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Korabl-Sputnik 2[2] (Russian: Корабль-Спутник 2 meaning Ship- Satellite
Satellite
2), also known incorrectly as Sputnik 5 in the West,[3] was a Soviet artificial satellite, and the third test flight of the Vostok spacecraft. It was the first spaceflight to send animals into orbit and return them safely back to Earth. Launched on 19 August 1960, it paved the way for the first human orbital flight, Vostok 1, which was launched less than eight months later. Korabl-Sputnik 2
Korabl-Sputnik 2
was the second attempt to launch a Vostok capsule with dogs on board. The first try on 28 July, carrying a pair named Bars (Snow Leopard aka. Chaika (Seagull)) and Lisichka (Foxie)), had been unsuccessful after the Blok G strap-on suffered a fire and breakdown in one of the combustion chambers, followed by its breaking off of the booster 19 seconds after launch. Around 30 seconds, the launch vehicle disintegrated, the core and strap-ons flying in random directions and crashing into the steppe. Flight controllers sent a command to jettison the payload shroud and separate the descent module, but due to the low altitude, the parachutes only deployed partially, and the dogs were killed on impact with the ground. It was believed that the combustion chamber disintegration was due to longitudinal vibrations. This created a considerable uproar, as the problem, which had plagued earlier 8K72 launches, had supposedly been corrected. It was ultimately traced to deficient manufacturing practices at the R-7 assembly plant.[citation needed] The accident also encouraged the development of an ejector seat for the cosmonaut to escape from the capsule in the event of a launch failure, since the parachutes in the descent module would not be able to open properly until around 40 seconds into launch. This occurred, ironically, one day before the US program suffered a serious setback with the loss of a Mercury capsule. A commonly circulated film clip depicting a Vostok booster lifting followed by the movement of its shadow on the ground is often assumed to be from Vostok 1's launch; however, it was actually the ill-fated flight of 28 July 1960. The launch of Korabl-Sputnik 2
Korabl-Sputnik 2
occurred on 19 August 1960, using a Vostok-L
Vostok-L
carrier rocket. Official sources reported the launch time to have been 08:44:06 UTC; however, Sergei Voevodin gave it as 08:38:24.[citation needed] A radio station in Bonn, West Germany, was among the first to pick up signals from the spacecraft, which were confirmed on the third orbit by a Swedish radio station. The spacecraft carried two dogs, Belka and Strelka, 40 mice, two rats and a variety of plants, as well as a television camera, which took images of the dogs. One of its objectives was to intercept the US Echo 1A satellite, which was a passive, nitrogen-filled balloon covered in reflective foil and thus highly visible as it passed overhead. Korabl-Sputnik 2
Korabl-Sputnik 2
passed near Echo on the second orbit, and the radio system returned audio of the dogs barking as they saw it out the window. The spacecraft returned to Earth at 06:00:00 UTC on 20 August, the day after its launch. Telemetry revealed that one dog had suffered seizures during the fourth orbit, and it was decided to limit the first manned flight to three orbits. All of the animals were recovered safely, and a year later Strelka had a litter of puppies, one of which was sent to First Lady of the US Jacqueline Kennedy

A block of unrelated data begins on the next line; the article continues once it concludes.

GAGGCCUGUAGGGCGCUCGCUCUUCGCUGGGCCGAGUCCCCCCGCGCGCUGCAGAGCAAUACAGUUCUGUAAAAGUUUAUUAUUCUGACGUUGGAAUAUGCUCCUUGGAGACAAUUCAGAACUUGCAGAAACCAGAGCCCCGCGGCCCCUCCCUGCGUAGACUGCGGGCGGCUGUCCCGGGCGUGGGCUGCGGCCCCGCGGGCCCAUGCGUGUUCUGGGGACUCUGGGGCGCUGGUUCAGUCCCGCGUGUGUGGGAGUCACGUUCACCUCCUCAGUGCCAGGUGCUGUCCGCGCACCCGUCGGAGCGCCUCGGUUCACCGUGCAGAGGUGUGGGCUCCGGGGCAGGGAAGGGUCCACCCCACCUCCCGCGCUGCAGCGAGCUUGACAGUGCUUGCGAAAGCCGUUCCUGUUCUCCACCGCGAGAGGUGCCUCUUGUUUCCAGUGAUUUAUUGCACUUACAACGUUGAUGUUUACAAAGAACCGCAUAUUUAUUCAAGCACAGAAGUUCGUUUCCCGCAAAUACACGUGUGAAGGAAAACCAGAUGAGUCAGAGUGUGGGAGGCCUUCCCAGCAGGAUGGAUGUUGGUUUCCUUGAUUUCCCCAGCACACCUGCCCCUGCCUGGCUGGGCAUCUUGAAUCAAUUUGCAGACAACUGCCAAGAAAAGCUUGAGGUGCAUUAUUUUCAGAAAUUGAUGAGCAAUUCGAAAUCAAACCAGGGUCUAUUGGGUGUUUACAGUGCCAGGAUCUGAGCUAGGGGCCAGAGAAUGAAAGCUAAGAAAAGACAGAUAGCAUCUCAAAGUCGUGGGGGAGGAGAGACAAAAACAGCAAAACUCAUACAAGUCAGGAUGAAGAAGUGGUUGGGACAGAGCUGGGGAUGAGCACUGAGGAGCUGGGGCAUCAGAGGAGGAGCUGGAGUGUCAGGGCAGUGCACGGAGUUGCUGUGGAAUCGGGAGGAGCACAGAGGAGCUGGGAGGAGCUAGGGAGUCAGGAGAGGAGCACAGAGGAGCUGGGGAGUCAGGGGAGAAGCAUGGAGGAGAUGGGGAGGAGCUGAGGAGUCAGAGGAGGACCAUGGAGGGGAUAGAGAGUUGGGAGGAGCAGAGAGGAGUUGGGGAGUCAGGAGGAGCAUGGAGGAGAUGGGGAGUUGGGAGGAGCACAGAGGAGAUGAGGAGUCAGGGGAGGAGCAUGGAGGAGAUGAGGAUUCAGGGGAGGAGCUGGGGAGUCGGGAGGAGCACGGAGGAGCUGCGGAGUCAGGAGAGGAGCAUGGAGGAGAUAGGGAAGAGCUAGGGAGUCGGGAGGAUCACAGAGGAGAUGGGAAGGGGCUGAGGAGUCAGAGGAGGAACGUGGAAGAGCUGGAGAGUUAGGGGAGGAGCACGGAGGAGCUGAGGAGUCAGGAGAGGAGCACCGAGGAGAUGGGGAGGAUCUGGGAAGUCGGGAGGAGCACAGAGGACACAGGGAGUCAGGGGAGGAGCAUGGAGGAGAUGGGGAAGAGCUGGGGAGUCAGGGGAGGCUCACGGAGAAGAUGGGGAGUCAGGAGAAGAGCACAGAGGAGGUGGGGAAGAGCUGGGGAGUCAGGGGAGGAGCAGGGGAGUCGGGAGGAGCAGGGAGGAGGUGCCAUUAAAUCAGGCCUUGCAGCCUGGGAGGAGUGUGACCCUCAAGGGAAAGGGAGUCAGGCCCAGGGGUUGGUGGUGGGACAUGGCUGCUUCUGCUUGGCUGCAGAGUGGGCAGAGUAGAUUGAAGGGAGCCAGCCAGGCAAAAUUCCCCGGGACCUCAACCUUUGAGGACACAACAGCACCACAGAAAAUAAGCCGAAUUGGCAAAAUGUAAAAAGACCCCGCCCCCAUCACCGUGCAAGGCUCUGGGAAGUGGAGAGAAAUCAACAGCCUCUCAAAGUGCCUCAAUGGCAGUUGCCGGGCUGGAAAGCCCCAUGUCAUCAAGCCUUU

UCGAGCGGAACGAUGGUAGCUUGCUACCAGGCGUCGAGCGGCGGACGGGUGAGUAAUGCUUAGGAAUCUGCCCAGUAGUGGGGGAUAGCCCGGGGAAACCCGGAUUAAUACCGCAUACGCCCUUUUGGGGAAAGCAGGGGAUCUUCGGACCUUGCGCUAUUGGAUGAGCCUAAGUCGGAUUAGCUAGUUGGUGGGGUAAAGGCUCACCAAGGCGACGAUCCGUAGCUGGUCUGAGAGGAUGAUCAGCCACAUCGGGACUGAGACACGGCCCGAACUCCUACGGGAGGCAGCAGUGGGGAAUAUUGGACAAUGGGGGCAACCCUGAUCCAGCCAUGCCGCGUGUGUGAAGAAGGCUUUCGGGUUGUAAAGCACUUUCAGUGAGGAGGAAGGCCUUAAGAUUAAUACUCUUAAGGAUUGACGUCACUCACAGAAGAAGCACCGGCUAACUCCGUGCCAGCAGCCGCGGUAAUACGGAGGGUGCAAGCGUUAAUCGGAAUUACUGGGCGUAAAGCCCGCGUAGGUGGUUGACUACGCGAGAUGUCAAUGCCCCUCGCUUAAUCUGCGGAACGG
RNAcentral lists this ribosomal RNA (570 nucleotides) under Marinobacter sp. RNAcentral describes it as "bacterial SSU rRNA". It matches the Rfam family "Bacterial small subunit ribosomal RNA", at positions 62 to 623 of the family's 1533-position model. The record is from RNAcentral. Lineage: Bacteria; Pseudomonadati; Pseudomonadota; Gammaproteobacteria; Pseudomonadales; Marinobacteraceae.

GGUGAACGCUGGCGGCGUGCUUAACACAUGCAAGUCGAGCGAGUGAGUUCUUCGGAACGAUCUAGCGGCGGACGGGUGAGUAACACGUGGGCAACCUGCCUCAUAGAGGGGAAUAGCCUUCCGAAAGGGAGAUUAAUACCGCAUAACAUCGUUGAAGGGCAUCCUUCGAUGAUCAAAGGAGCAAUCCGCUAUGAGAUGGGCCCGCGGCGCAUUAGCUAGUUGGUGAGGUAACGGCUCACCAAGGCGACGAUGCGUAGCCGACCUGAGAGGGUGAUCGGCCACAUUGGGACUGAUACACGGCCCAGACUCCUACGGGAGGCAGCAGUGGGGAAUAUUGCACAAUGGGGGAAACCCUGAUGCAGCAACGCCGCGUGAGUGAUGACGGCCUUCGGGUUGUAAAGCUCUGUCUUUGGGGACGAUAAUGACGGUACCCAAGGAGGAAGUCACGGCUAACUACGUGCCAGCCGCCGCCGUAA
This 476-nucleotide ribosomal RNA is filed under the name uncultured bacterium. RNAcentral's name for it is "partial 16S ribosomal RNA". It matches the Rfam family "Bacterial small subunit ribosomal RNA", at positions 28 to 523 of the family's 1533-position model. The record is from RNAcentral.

Jacqueline Kennedy
as a goodwill present from the Soviet Union. President Kennedy's advisers initially opposed taking the dog for fear that the Soviets might have planted microphones in its body to listen in on national defense meetings. Strelka and Belka were both taxidermied after their deaths and placed on display in the Moscow Museum of Space and Aeronautics. See also[edit]

Spaceflight portal Soviet Union
Soviet Union
portal

Soviet space dogs

References[edit]

^ "Korabl'-Sputnik-2 - Orbit". Heavens Above. Retrieved 2 November 2015.  ^ McDowell, Jonathan. "Launch Log". Jonathan's Space Page. Retrieved 27 July 2010.  ^ Wade, Mark. "Vostok". Encyclopedia Astronautica. Archived from the original on 29 June 2011. Retrieved 27 July 2010. 

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Vostok programme

Unmanned

Korabl-Sputnik 1 Vostok-1K No.1 Korabl-Sputnik 2 Korabl-Sputnik 3 Vostok-1K No.4 Korabl-Sputnik 4 Korabl-Sputnik 5

Manned

Vostok 1 Vostok 2 Vostok 3 Vostok 4 Vostok 5 Vostok 6

Cancelled

Vostok 7 to 13 (incorporated into Voskhod programme)

v t e

← 1959  ·  Orbital launches in 1960  ·  1961 →

Discoverer 9 Discoverer 10 Midas 1 Pioneer 5
Pioneer 5
S-46 TIROS-1
TIROS-1
Transit 1B · Solrad Discoverer 11
Discoverer 11
Luna E-3 No.1 Luna E-3 No.2 Echo 1
Echo 1
Korabl-Sputnik 1
Korabl-Sputnik 1
Midas 2 Transit 2A · Solrad 1 Discoverer 12
Discoverer 12
Vostok-1K No.1 Discoverer 13
Discoverer 13
Echo 1A
Echo 1A
Courier 1A Discoverer 14
Discoverer 14
Korabl-Sputnik 2
Korabl-Sputnik 2
Discoverer 15
Discoverer 15
Pioneer P-30
Pioneer P-30
Courier 1B
Courier 1B
Mars 1M No.1
Mars 1M No.1
Samos 1
Samos 1
Mars 1M No.2
Mars 1M No.2
Discoverer 16 Explorer 8
Explorer 8
Discoverer 17 TIROS-2
TIROS-2
Transit 3A · Solrad 2 Korabl-Sputnik 3
Korabl-Sputnik 3
Explorer S-55 Discoverer 18 Pioneer P-31
Pioneer P-31
Discoverer 19 Vostok-1K No.4

Payloads are separated by bullets ( · ), launches by pipes ( ). Manned flights are indicated in bold text. Uncatalogued launch failures are listed in italics. Payloads deployed from other spacecraft are denoted

.